6.5% of EV drivers in TEAXS who experienced an outage had battery energy storage system

rr6013

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PlugShare reports 6.5% of EV drivers who experienced an outage had a battery energy storage system installed at their homes. These systems, like Tesla’s Powerwall, made it possible to charge an EV even when the grid had completely shut down. One EV owner told PlugShare: ”We experienced 42 grid outages for a total of 39 hours. We charged 2 EVs without difficulty and had no home power loss due to solar panels and battery back-ups.”
https://apple.news/A0y-yspbDQOmwjLbYYk0V7Q

Wondered what the ballpark number was of BEV owners who bought, at least, battery backup. That is STEP#2 on roadmap to owning up to BEV independence. STEP#1 is the power box grid tie hardware installation to accommodate backup battery charging. Tesla have a different uptake statistic? I’ve seen STEP#1 ~ $2000USD w/o Mains upgrade. Any numbers from Tesla Powerwall owners for STEP#2?
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Frankenblob

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keeping some heat, lights and such on is great but usage of your toilet, shower/bath or getting water is very limited. Remember only so many flushes and hot water can be used.

Being on ones own well and septic is the best.

Powerwalls are great but if the water treatment plant is down then NO water and, if not careful, a potential backup of sewers into ones residence.
 

TheLastStarfighter

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keeping some heat, lights and such on is great but usage of your toilet, shower/bath or getting water is very limited. Remember only so many flushes and hot water can be used.

Being on ones own well and septic is the best.

Powerwalls are great but if the water treatment plant is down then NO water and, if not careful, a potential backup of sewers into ones residence.
I don't know what it's like where you are, but here when you are on a public utility you can flush and pour water as much as you want when the power's out.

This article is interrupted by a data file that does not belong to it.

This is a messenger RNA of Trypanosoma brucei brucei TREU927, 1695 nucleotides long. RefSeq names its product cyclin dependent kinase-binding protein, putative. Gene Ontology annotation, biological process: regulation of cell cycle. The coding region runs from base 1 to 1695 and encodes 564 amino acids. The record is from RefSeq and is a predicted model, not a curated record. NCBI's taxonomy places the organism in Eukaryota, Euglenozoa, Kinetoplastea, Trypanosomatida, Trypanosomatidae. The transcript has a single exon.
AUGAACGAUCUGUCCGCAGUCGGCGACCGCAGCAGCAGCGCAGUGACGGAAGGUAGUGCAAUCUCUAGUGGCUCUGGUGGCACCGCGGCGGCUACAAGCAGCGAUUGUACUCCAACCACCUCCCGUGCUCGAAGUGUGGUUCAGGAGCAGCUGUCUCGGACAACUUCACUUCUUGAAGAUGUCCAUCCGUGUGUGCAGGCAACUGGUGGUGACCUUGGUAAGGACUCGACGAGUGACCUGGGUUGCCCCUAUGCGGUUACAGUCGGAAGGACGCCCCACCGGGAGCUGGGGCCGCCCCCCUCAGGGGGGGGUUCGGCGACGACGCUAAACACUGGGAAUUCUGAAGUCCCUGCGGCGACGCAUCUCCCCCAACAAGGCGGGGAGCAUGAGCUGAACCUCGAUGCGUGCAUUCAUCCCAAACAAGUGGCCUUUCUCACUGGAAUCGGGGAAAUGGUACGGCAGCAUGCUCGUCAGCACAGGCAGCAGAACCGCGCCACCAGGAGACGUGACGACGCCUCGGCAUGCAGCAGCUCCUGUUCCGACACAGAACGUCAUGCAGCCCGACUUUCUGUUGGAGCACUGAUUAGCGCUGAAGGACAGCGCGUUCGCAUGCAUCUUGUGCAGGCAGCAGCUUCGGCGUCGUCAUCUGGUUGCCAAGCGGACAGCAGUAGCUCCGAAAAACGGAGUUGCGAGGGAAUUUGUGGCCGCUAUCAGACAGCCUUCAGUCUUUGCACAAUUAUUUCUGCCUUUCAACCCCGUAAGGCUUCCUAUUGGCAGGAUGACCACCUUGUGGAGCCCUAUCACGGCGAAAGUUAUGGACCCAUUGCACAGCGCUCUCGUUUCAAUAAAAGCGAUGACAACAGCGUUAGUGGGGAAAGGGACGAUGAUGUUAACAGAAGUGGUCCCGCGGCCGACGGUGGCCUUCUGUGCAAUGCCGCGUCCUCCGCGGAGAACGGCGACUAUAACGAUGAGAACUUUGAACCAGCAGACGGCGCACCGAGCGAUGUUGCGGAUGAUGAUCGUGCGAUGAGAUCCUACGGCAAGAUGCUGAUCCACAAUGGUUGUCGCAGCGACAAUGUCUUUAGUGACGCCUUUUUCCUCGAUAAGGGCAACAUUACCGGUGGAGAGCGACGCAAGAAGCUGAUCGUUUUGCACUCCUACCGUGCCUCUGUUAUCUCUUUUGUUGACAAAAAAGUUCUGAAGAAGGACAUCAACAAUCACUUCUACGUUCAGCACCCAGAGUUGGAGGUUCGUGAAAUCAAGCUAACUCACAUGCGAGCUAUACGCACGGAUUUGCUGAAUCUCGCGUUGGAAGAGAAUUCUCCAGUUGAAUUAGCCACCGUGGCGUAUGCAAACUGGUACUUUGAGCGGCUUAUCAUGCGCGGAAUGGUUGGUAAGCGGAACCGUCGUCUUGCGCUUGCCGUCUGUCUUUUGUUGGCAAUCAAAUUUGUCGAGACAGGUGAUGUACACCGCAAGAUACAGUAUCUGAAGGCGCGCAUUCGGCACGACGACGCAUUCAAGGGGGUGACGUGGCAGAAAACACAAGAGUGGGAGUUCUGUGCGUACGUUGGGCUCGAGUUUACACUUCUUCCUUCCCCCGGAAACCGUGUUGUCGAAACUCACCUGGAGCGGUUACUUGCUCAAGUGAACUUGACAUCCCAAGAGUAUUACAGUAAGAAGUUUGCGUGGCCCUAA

CompMaster

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I don't know what it's like where you are, but here when you are on a public utility you can flush and pour water as much as you want when the power's out.
I believe the issues was the water plants had no power and thus no water to distribute. And in most areas pipes were frozen solid, again no water to your location. Texas storm was difficult then other storms as there systems were not designed or maintained for a storm like that.
Yes you may have water with no power, but for how long..
 

TheLastStarfighter

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I believe the issues was the water plants had no power and thus no water to distribute. And in most areas pipes were frozen solid, again no water to your location. Texas storm was difficult then other storms as there systems were not designed or maintained for a storm like that.
Yes you may have water with no power, but for how long..
Our pipes are all below frost line, and our water plants have backup power. So, a long time.
 

gphenix

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You have to keep the water flowing if you don't want it to freeze, too.

-Crissa
Tankless system is the way to go. I got in when the best systems first came to our city. A $3000 dollar system then is now $10,000.
 

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Yes you may have water with no power, but for how long..
In my experience as a homeowner, we've had city water for as long as it takes to get the power back on.

Of course, I've only owned homes Virginia and Illinois -- not Texas.

Remember that Illinois got hit with with the same arctic blast Texas did, while the weather system was on its way south. Texas could have prepared for this the same way we do in Illinois.

Texas does things their own way.

The problems we're seeing are Texas-specific.
 
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